FYI – I am the proud owner of an inflatable, large D20. So there are alternatives.

Sounds like it could be a really good time.

#5 Comment By SavageTheDM On March 23, 2011 @ 3:59 pm

I love this idea it sounds so freaking awesome I think I just might use this Idea for my gaming group sometime.

#6 Comment By BishopOfBattle On March 23, 2011 @ 5:26 pm

I’m not much of a “dress up in costumes” person… or even really a regular “dress up” person… but I love the idea of mixing in dinner or other social activities with games.

To conclude our Shadowrun campaign this last December, we planned a full day gaming session including a potluck style dinner. We starting around one and played untill the end of one mission, broke for dinner where we socialized and (invariably) conversation turned to characters and the last mission and what was coming next from the tension they left off the run on. After dinner, we picked up again at our normal evening gaming session time and played the final mission out.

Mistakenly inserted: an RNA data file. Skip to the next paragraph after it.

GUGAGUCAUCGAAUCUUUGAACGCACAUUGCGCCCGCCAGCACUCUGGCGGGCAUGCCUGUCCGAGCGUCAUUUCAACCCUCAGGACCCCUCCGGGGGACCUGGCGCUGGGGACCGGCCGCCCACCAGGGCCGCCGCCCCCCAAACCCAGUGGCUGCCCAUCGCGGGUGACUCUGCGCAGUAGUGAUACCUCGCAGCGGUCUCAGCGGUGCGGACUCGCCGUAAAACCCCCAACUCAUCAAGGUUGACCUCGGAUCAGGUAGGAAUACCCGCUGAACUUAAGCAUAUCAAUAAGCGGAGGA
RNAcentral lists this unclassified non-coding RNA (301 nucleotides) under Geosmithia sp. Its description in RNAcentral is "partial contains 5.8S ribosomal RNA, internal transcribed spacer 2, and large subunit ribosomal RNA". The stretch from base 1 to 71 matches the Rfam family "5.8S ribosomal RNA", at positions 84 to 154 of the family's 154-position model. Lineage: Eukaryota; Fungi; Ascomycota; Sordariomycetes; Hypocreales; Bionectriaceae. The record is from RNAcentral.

It was a long day, but lots of fun. Everyone seemed to leave satisfied and full!

#7 Comment By secretoracle On March 24, 2011 @ 6:41 am

I’ve done something like this in the past. I recommend a few things.

1. Take Photos of everyone in their costumes. Have a chair set near a wall with a neutral background, or perhaps hang a framed poster of an ad for a cruise line from the time period. Snap a picture of the guest, either seated in the chair or standing. Have couples pose together (real life couples as well as in character couples if they’re different). We did ours before the digital camera era so we shot the photos on black and white film for effect. Now you can just use your digital camera and do any black and white stuff in your favorite graphics program.